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Children who are blind learn how to code with Code Jumper

The American Printing House for the Blind is making tech to teach blind and visually impaired children how to code.

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Megan Wollerton
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1 of 16 Tyler Lizenby/CNET

Meet Code Jumper. 

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Code Jumper is designed to help children who are blind and visually impaired learn to code. 

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It was developed by Microsoft researcher and computer scientist, Cecily Morrison.

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Now, the American Printing House for the Blind (APH) in Louisville, KY, is taking on the production of Code Jumper. 

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APH president, Craig Meador, looks on as students try out the technology. 

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The kit comes with a hub and pods. The hub has a play and a stop button. 

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Each pod performs one line of code, from saying a word, to playing a melody -- or making a sound. 

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Students string them together to play "Row, Row, Row Your Boat" or a story about ghosts or cowboys.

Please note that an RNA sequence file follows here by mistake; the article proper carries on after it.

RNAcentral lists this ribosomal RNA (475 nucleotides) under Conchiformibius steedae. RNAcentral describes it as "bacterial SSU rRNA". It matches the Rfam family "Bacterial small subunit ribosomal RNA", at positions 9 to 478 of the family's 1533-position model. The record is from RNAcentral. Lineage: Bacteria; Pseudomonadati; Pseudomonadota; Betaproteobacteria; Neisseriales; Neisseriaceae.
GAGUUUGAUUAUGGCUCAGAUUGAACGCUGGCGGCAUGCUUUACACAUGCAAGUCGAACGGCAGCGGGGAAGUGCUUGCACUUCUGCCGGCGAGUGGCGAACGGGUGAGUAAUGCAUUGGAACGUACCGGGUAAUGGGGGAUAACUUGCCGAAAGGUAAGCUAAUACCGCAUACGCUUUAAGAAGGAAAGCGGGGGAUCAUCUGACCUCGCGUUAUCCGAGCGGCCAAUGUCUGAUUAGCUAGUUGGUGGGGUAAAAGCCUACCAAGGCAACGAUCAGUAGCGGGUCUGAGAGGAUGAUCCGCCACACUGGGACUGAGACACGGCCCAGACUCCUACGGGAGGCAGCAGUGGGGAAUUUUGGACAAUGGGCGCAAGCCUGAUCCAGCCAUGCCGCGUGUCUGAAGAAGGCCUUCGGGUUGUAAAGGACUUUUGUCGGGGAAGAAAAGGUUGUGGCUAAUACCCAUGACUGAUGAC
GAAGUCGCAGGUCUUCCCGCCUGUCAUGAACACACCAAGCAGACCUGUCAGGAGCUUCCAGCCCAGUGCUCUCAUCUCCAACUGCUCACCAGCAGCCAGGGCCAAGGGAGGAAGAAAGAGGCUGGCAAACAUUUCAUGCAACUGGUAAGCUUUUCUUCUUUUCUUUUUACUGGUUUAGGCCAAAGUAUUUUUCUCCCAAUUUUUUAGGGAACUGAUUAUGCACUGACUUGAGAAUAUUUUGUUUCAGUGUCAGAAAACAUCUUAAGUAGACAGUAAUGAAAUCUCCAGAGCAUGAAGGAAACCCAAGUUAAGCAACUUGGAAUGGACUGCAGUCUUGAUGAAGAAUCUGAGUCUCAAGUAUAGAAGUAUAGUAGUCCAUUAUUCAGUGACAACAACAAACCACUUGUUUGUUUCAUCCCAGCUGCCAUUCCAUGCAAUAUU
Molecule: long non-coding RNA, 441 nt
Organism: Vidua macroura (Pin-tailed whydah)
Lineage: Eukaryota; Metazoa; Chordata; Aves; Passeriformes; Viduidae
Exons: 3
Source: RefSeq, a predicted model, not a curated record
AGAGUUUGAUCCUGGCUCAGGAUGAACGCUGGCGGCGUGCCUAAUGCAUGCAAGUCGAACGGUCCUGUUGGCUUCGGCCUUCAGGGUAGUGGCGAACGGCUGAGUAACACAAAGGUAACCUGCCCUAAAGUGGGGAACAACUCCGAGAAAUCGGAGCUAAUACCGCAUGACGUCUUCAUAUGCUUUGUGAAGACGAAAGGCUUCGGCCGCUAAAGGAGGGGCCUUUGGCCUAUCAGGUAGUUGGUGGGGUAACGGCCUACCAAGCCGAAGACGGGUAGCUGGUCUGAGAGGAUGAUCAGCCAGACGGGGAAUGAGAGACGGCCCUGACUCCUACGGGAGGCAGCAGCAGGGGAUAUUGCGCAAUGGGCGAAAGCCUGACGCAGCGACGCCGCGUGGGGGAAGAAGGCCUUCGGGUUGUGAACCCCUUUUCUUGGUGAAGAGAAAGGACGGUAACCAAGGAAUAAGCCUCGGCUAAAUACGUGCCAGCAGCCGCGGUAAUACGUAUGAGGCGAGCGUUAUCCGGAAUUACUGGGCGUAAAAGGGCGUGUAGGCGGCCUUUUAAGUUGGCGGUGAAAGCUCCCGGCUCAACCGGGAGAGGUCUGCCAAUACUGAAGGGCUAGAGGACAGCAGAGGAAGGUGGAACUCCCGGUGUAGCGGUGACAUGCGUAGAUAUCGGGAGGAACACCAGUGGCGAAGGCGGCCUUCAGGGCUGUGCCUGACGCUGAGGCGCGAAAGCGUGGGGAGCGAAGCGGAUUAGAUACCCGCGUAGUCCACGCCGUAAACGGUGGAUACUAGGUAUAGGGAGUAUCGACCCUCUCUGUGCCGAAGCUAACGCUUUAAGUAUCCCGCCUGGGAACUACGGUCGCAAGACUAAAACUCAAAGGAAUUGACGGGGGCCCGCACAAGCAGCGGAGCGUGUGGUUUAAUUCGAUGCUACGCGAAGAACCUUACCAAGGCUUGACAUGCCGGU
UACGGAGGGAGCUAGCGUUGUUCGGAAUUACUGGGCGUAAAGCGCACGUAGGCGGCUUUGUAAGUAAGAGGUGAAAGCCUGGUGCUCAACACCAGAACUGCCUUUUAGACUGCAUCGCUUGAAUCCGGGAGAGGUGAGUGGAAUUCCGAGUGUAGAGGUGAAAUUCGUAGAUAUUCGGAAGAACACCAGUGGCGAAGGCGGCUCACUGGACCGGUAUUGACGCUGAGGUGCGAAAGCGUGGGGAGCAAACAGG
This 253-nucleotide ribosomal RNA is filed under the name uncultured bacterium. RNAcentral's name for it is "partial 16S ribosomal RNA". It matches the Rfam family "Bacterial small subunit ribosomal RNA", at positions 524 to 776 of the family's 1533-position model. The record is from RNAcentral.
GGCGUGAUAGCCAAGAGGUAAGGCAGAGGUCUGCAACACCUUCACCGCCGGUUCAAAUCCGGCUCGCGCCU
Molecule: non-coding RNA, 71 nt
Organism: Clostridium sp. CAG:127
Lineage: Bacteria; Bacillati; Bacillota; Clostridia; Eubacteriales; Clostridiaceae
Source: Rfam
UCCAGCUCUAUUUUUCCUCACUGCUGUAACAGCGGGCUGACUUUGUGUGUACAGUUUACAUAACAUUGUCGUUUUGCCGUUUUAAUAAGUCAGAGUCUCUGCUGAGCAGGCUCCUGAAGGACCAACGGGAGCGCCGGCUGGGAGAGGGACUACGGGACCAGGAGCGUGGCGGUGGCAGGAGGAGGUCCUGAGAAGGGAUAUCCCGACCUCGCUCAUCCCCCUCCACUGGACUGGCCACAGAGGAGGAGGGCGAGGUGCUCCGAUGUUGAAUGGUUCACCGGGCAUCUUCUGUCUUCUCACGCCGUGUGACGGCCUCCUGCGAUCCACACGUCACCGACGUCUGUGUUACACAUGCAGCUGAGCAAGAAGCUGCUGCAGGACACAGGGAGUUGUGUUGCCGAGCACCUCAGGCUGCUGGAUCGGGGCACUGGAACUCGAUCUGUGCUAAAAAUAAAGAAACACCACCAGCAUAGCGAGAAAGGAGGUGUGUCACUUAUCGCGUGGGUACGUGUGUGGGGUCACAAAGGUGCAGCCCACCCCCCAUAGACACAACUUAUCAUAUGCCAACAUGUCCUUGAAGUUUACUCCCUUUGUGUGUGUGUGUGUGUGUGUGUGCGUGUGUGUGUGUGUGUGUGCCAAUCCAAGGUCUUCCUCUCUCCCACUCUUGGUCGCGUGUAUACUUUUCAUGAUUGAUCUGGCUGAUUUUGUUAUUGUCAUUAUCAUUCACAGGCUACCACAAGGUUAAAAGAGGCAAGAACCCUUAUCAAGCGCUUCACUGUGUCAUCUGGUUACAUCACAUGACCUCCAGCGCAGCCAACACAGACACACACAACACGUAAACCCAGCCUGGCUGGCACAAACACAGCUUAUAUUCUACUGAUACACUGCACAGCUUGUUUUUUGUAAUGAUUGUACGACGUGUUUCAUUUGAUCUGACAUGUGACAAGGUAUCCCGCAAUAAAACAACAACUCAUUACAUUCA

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Different pods perform different functions and so do the different dials.

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The brightly colored dials on the pods make it easier for children with low vision to distinguish among them.

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The dials also have different shapes so students can feel the difference between dials and pods. 

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A tablet is also required for Code Jumper, but not included in the kit. 

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Deanna Lefan is a teacher of the blind and visually impaired (TVI) at Breckinridge-Franklin Elementary.

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She sees assistive technology like Code Jumper as a way for students who are blind and visually impaired to learn coding at a young age.

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Her students have only used Code Jumper a couple of times so far.

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They're hoping to incorporate it into their school curriculum more regularly. 

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